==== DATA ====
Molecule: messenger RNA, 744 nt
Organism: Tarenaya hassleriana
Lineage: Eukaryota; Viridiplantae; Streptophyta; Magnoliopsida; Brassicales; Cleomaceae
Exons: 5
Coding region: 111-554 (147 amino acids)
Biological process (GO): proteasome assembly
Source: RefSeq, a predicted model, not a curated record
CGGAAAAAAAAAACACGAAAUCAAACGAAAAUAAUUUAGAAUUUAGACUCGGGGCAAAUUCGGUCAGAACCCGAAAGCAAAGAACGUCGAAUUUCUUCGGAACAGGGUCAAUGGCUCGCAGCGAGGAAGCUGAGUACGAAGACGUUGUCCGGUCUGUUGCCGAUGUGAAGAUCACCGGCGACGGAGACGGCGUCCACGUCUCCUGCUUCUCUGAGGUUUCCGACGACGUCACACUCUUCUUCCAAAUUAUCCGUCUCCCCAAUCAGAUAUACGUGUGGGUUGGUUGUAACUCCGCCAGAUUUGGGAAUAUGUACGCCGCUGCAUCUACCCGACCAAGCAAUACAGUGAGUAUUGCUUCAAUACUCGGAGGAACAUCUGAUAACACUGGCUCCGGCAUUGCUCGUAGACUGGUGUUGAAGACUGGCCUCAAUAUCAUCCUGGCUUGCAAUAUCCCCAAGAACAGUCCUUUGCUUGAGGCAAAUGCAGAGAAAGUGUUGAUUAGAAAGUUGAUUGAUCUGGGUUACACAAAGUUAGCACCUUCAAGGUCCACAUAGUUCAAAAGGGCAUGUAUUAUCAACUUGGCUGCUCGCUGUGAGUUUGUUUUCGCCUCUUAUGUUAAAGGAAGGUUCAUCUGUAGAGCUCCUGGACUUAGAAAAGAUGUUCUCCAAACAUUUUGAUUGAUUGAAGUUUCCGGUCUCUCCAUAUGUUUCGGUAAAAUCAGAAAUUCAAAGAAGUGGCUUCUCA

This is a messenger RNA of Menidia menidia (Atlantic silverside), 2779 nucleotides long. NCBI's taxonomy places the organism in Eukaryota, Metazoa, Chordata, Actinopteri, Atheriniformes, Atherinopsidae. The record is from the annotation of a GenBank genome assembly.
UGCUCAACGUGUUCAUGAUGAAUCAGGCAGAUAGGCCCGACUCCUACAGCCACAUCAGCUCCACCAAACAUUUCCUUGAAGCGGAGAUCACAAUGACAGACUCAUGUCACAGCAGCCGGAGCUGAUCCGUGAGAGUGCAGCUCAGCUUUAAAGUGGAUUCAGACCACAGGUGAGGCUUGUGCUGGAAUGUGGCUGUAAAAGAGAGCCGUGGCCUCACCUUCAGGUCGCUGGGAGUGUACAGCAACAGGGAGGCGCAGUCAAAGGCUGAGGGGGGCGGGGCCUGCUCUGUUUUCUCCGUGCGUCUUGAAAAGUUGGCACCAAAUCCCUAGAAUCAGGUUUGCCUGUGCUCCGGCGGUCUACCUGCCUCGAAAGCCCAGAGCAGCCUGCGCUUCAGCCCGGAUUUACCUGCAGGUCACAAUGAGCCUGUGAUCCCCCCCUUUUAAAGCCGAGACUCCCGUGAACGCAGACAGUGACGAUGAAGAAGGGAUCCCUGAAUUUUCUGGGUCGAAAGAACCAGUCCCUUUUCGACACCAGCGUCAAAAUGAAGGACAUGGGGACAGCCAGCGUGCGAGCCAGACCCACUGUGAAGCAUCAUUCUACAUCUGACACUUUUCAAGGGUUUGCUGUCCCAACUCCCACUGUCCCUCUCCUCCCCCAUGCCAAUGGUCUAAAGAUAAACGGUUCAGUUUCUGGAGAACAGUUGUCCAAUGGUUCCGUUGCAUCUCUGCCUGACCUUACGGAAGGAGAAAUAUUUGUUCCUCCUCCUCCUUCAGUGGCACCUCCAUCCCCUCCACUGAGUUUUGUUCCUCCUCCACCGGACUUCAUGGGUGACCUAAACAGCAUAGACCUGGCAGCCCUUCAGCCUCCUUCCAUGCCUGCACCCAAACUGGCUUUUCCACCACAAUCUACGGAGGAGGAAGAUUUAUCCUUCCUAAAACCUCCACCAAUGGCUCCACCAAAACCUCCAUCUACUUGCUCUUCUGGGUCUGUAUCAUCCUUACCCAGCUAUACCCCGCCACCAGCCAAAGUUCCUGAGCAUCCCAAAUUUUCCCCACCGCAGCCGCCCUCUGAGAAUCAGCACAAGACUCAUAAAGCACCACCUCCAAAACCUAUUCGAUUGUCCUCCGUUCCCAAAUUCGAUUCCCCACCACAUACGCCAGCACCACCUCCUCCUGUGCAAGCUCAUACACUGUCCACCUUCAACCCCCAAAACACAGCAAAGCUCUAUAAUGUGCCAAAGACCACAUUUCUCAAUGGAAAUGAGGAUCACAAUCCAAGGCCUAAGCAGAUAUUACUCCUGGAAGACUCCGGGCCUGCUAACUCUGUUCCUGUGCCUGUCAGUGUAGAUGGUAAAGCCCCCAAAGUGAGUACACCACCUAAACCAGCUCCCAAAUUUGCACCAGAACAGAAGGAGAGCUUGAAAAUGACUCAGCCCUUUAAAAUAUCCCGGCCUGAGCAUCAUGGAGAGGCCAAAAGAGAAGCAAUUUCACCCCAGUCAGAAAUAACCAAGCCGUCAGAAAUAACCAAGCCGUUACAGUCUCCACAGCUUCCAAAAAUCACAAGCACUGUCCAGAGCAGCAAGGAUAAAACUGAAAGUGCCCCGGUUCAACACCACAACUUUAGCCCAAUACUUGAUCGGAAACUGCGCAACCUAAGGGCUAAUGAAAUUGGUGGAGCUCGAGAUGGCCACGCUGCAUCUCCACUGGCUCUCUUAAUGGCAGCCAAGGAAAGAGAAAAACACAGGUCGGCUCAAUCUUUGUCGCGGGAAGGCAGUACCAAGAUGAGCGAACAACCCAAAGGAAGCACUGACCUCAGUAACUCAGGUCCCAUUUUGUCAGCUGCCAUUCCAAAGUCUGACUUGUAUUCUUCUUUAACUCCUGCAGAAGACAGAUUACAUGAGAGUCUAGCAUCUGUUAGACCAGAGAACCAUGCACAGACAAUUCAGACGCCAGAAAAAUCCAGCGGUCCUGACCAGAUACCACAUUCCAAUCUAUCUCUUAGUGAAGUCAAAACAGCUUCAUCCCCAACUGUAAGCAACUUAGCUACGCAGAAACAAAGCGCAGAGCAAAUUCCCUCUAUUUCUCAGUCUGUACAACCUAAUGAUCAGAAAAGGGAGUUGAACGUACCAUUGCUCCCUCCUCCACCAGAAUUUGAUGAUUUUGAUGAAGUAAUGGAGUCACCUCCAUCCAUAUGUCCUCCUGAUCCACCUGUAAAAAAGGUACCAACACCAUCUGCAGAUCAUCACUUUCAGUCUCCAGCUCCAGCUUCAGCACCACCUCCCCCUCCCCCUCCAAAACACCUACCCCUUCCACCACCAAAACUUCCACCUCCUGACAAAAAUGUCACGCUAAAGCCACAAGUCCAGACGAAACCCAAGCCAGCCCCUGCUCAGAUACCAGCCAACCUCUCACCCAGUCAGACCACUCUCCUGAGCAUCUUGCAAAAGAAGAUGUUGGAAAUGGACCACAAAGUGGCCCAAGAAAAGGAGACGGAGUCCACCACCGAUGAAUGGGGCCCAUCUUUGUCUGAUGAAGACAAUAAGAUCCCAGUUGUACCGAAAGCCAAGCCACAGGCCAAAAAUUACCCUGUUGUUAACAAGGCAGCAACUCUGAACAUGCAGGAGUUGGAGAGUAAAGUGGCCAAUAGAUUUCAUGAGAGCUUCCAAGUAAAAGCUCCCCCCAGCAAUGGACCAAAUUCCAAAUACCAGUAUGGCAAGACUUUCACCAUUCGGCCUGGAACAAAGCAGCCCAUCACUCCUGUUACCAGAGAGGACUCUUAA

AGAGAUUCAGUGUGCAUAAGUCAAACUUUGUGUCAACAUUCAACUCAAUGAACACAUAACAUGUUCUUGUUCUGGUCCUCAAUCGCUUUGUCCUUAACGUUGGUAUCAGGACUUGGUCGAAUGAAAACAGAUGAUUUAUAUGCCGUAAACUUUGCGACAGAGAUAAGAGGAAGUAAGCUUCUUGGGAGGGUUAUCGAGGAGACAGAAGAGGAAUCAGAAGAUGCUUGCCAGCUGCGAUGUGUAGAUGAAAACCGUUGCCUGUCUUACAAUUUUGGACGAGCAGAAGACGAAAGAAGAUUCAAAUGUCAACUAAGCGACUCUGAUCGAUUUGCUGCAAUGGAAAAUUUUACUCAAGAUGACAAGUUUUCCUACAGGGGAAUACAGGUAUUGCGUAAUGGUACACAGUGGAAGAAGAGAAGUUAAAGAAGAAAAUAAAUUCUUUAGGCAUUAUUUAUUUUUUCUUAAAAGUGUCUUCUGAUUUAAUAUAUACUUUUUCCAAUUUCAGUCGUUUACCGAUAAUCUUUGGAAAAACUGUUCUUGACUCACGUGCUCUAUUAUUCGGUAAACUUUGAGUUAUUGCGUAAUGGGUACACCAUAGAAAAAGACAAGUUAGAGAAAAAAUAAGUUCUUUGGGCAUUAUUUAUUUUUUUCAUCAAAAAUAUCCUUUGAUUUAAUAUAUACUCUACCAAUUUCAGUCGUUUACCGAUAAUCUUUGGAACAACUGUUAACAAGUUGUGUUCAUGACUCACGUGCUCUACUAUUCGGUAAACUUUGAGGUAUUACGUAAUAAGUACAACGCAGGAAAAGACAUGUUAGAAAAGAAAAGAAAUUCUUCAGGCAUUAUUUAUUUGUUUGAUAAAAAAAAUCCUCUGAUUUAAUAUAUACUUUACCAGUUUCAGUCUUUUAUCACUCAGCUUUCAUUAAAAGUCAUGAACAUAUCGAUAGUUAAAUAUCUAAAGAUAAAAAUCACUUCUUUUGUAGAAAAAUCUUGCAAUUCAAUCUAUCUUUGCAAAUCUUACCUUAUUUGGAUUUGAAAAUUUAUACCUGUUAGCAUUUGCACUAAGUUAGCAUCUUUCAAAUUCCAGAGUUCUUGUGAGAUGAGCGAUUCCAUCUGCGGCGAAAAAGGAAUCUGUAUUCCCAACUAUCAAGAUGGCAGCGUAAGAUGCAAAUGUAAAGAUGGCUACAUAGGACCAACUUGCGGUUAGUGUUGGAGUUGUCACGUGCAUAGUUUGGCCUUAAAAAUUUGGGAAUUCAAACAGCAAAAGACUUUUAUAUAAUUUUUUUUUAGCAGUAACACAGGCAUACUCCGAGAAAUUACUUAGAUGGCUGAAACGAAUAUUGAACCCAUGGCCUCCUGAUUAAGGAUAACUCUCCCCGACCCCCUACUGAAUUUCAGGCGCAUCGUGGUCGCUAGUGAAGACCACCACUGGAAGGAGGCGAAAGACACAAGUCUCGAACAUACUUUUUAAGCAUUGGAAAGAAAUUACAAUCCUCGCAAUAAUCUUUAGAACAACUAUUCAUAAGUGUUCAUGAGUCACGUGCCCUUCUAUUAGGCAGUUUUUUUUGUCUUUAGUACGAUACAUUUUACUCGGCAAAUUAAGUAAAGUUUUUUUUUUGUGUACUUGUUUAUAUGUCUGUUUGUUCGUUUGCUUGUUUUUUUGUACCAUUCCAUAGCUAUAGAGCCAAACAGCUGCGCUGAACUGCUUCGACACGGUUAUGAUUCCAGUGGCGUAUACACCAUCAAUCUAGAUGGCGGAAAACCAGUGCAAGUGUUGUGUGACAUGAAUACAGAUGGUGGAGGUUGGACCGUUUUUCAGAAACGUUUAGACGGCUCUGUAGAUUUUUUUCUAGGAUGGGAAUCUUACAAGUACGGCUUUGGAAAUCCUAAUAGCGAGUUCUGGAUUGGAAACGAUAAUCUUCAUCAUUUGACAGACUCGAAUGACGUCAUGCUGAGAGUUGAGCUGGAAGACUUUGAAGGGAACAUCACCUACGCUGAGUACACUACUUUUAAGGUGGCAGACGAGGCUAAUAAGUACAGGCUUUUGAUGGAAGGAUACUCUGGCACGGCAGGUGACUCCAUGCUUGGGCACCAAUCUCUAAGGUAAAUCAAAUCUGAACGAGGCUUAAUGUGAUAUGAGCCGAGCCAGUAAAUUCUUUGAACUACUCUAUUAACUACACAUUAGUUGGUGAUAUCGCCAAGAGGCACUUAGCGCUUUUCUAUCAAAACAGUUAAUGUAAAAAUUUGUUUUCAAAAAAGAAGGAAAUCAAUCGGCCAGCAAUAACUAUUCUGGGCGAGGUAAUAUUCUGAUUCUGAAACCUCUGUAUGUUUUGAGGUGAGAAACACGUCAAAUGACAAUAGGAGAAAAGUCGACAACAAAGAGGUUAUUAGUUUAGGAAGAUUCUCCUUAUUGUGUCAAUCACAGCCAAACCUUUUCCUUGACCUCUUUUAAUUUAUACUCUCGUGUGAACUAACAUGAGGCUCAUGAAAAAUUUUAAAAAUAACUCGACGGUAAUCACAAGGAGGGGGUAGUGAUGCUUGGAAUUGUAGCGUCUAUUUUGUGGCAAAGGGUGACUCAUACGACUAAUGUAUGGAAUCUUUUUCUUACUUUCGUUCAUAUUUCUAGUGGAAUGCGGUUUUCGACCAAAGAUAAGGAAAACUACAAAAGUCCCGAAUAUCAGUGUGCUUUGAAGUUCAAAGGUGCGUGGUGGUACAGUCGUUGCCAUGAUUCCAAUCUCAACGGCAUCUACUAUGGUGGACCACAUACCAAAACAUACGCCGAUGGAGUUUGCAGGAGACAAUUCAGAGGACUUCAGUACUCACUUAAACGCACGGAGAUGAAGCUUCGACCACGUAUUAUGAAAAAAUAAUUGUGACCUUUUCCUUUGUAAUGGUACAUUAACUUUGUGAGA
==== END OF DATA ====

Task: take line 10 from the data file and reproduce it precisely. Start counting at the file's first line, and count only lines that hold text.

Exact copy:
UGCUCAACGUGUUCAUGAUGAAUCAGGCAGAUAGGCCCGACUCCUACAGCCACAUCAGCUCCACCAAACAUUUCCUUGAAGCGGAGAUCACAAUGACAGACUCAUGUCACAGCAGCCGGAGCUGAUCCGUGAGAGUGCAGCUCAGCUUUAAAGUGGAUUCAGACCACAGGUGAGGCUUGUGCUGGAAUGUGGCUGUAAAAGAGAGCCGUGGCCUCACCUUCAGGUCGCUGGGAGUGUACAGCAACAGGGAGGCGCAGUCAAAGGCUGAGGGGGGCGGGGCCUGCUCUGUUUUCUCCGUGCGUCUUGAAAAGUUGGCACCAAAUCCCUAGAAUCAGGUUUGCCUGUGCUCCGGCGGUCUACCUGCCUCGAAAGCCCAGAGCAGCCUGCGCUUCAGCCCGGAUUUACCUGCAGGUCACAAUGAGCCUGUGAUCCCCCCCUUUUAAAGCCGAGACUCCCGUGAACGCAGACAGUGACGAUGAAGAAGGGAUCCCUGAAUUUUCUGGGUCGAAAGAACCAGUCCCUUUUCGACACCAGCGUCAAAAUGAAGGACAUGGGGACAGCCAGCGUGCGAGCCAGACCCACUGUGAAGCAUCAUUCUACAUCUGACACUUUUCAAGGGUUUGCUGUCCCAACUCCCACUGUCCCUCUCCUCCCCCAUGCCAAUGGUCUAAAGAUAAACGGUUCAGUUUCUGGAGAACAGUUGUCCAAUGGUUCCGUUGCAUCUCUGCCUGACCUUACGGAAGGAGAAAUAUUUGUUCCUCCUCCUCCUUCAGUGGCACCUCCAUCCCCUCCACUGAGUUUUGUUCCUCCUCCACCGGACUUCAUGGGUGACCUAAACAGCAUAGACCUGGCAGCCCUUCAGCCUCCUUCCAUGCCUGCACCCAAACUGGCUUUUCCACCACAAUCUACGGAGGAGGAAGAUUUAUCCUUCCUAAAACCUCCACCAAUGGCUCCACCAAAACCUCCAUCUACUUGCUCUUCUGGGUCUGUAUCAUCCUUACCCAGCUAUACCCCGCCACCAGCCAAAGUUCCUGAGCAUCCCAAAUUUUCCCCACCGCAGCCGCCCUCUGAGAAUCAGCACAAGACUCAUAAAGCACCACCUCCAAAACCUAUUCGAUUGUCCUCCGUUCCCAAAUUCGAUUCCCCACCACAUACGCCAGCACCACCUCCUCCUGUGCAAGCUCAUACACUGUCCACCUUCAACCCCCAAAACACAGCAAAGCUCUAUAAUGUGCCAAAGACCACAUUUCUCAAUGGAAAUGAGGAUCACAAUCCAAGGCCUAAGCAGAUAUUACUCCUGGAAGACUCCGGGCCUGCUAACUCUGUUCCUGUGCCUGUCAGUGUAGAUGGUAAAGCCCCCAAAGUGAGUACACCACCUAAACCAGCUCCCAAAUUUGCACCAGAACAGAAGGAGAGCUUGAAAAUGACUCAGCCCUUUAAAAUAUCCCGGCCUGAGCAUCAUGGAGAGGCCAAAAGAGAAGCAAUUUCACCCCAGUCAGAAAUAACCAAGCCGUCAGAAAUAACCAAGCCGUUACAGUCUCCACAGCUUCCAAAAAUCACAAGCACUGUCCAGAGCAGCAAGGAUAAAACUGAAAGUGCCCCGGUUCAACACCACAACUUUAGCCCAAUACUUGAUCGGAAACUGCGCAACCUAAGGGCUAAUGAAAUUGGUGGAGCUCGAGAUGGCCACGCUGCAUCUCCACUGGCUCUCUUAAUGGCAGCCAAGGAAAGAGAAAAACACAGGUCGGCUCAAUCUUUGUCGCGGGAAGGCAGUACCAAGAUGAGCGAACAACCCAAAGGAAGCACUGACCUCAGUAACUCAGGUCCCAUUUUGUCAGCUGCCAUUCCAAAGUCUGACUUGUAUUCUUCUUUAACUCCUGCAGAAGACAGAUUACAUGAGAGUCUAGCAUCUGUUAGACCAGAGAACCAUGCACAGACAAUUCAGACGCCAGAAAAAUCCAGCGGUCCUGACCAGAUACCACAUUCCAAUCUAUCUCUUAGUGAAGUCAAAACAGCUUCAUCCCCAACUGUAAGCAACUUAGCUACGCAGAAACAAAGCGCAGAGCAAAUUCCCUCUAUUUCUCAGUCUGUACAACCUAAUGAUCAGAAAAGGGAGUUGAACGUACCAUUGCUCCCUCCUCCACCAGAAUUUGAUGAUUUUGAUGAAGUAAUGGAGUCACCUCCAUCCAUAUGUCCUCCUGAUCCACCUGUAAAAAAGGUACCAACACCAUCUGCAGAUCAUCACUUUCAGUCUCCAGCUCCAGCUUCAGCACCACCUCCCCCUCCCCCUCCAAAACACCUACCCCUUCCACCACCAAAACUUCCACCUCCUGACAAAAAUGUCACGCUAAAGCCACAAGUCCAGACGAAACCCAAGCCAGCCCCUGCUCAGAUACCAGCCAACCUCUCACCCAGUCAGACCACUCUCCUGAGCAUCUUGCAAAAGAAGAUGUUGGAAAUGGACCACAAAGUGGCCCAAGAAAAGGAGACGGAGUCCACCACCGAUGAAUGGGGCCCAUCUUUGUCUGAUGAAGACAAUAAGAUCCCAGUUGUACCGAAAGCCAAGCCACAGGCCAAAAAUUACCCUGUUGUUAACAAGGCAGCAACUCUGAACAUGCAGGAGUUGGAGAGUAAAGUGGCCAAUAGAUUUCAUGAGAGCUUCCAAGUAAAAGCUCCCCCCAGCAAUGGACCAAAUUCCAAAUACCAGUAUGGCAAGACUUUCACCAUUCGGCCUGGAACAAAGCAGCCCAUCACUCCUGUUACCAGAGAGGACUCUUAA